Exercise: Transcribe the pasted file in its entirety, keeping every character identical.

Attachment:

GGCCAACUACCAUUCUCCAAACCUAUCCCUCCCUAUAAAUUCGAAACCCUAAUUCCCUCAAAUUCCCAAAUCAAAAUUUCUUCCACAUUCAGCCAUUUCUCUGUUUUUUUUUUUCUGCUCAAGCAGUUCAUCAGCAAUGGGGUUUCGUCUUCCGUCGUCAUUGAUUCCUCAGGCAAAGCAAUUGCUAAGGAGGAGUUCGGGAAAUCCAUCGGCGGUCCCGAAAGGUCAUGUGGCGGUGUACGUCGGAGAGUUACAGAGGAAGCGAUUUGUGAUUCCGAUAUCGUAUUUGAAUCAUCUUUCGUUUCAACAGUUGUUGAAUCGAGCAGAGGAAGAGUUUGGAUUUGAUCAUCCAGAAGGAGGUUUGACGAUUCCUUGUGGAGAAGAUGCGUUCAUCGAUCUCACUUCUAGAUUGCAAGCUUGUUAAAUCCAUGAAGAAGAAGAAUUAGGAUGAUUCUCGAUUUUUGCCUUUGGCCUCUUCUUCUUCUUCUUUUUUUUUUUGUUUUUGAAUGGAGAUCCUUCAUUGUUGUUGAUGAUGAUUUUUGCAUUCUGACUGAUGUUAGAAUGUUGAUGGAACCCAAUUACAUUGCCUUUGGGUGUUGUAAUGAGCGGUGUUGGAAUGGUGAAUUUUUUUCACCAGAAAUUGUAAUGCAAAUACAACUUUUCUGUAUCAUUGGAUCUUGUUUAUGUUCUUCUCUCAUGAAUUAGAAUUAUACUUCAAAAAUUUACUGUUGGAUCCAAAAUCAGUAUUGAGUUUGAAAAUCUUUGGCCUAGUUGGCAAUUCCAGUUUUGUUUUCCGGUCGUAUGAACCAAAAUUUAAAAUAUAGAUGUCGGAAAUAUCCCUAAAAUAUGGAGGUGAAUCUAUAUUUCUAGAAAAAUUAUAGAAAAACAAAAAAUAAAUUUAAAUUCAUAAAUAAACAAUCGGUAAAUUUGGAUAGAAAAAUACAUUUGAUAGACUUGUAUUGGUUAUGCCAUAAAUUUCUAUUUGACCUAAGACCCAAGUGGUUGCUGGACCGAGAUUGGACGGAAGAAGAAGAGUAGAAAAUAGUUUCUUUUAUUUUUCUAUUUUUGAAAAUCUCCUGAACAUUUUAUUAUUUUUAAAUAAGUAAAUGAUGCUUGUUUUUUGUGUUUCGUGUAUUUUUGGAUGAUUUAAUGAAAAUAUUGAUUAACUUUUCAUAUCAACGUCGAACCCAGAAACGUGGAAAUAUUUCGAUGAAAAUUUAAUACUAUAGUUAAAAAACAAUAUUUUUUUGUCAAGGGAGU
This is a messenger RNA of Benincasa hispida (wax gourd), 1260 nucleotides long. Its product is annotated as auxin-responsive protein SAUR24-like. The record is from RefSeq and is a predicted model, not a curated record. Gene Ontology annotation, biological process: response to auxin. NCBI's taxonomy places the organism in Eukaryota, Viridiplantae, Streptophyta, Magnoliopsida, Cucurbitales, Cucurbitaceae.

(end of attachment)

GGCCAACUACCAUUCUCCAAACCUAUCCCUCCCUAUAAAUUCGAAACCCUAAUUCCCUCAAAUUCCCAAAUCAAAAUUUCUUCCACAUUCAGCCAUUUCUCUGUUUUUUUUUUUCUGCUCAAGCAGUUCAUCAGCAAUGGGGUUUCGUCUUCCGUCGUCAUUGAUUCCUCAGGCAAAGCAAUUGCUAAGGAGGAGUUCGGGAAAUCCAUCGGCGGUCCCGAAAGGUCAUGUGGCGGUGUACGUCGGAGAGUUACAGAGGAAGCGAUUUGUGAUUCCGAUAUCGUAUUUGAAUCAUCUUUCGUUUCAACAGUUGUUGAAUCGAGCAGAGGAAGAGUUUGGAUUUGAUCAUCCAGAAGGAGGUUUGACGAUUCCUUGUGGAGAAGAUGCGUUCAUCGAUCUCACUUCUAGAUUGCAAGCUUGUUAAAUCCAUGAAGAAGAAGAAUUAGGAUGAUUCUCGAUUUUUGCCUUUGGCCUCUUCUUCUUCUUCUUUUUUUUUUUGUUUUUGAAUGGAGAUCCUUCAUUGUUGUUGAUGAUGAUUUUUGCAUUCUGACUGAUGUUAGAAUGUUGAUGGAACCCAAUUACAUUGCCUUUGGGUGUUGUAAUGAGCGGUGUUGGAAUGGUGAAUUUUUUUCACCAGAAAUUGUAAUGCAAAUACAACUUUUCUGUAUCAUUGGAUCUUGUUUAUGUUCUUCUCUCAUGAAUUAGAAUUAUACUUCAAAAAUUUACUGUUGGAUCCAAAAUCAGUAUUGAGUUUGAAAAUCUUUGGCCUAGUUGGCAAUUCCAGUUUUGUUUUCCGGUCGUAUGAACCAAAAUUUAAAAUAUAGAUGUCGGAAAUAUCCCUAAAAUAUGGAGGUGAAUCUAUAUUUCUAGAAAAAUUAUAGAAAAACAAAAAAUAAAUUUAAAUUCAUAAAUAAACAAUCGGUAAAUUUGGAUAGAAAAAUACAUUUGAUAGACUUGUAUUGGUUAUGCCAUAAAUUUCUAUUUGACCUAAGACCCAAGUGGUUGCUGGACCGAGAUUGGACGGAAGAAGAAGAGUAGAAAAUAGUUUCUUUUAUUUUUCUAUUUUUGAAAAUCUCCUGAACAUUUUAUUAUUUUUAAAUAAGUAAAUGAUGCUUGUUUUUUGUGUUUCGUGUAUUUUUGGAUGAUUUAAUGAAAAUAUUGAUUAACUUUUCAUAUCAACGUCGAACCCAGAAACGUGGAAAUAUUUCGAUGAAAAUUUAAUACUAUAGUUAAAAAACAAUAUUUUUUUGUCAAGGGAGU
This is a messenger RNA of Benincasa hispida (wax gourd), 1260 nucleotides long. Its product is annotated as auxin-responsive protein SAUR24-like. The record is from RefSeq and is a predicted model, not a curated record. Gene Ontology annotation, biological process: response to auxin. NCBI's taxonomy places the organism in Eukaryota, Viridiplantae, Streptophyta, Magnoliopsida, Cucurbitales, Cucurbitaceae.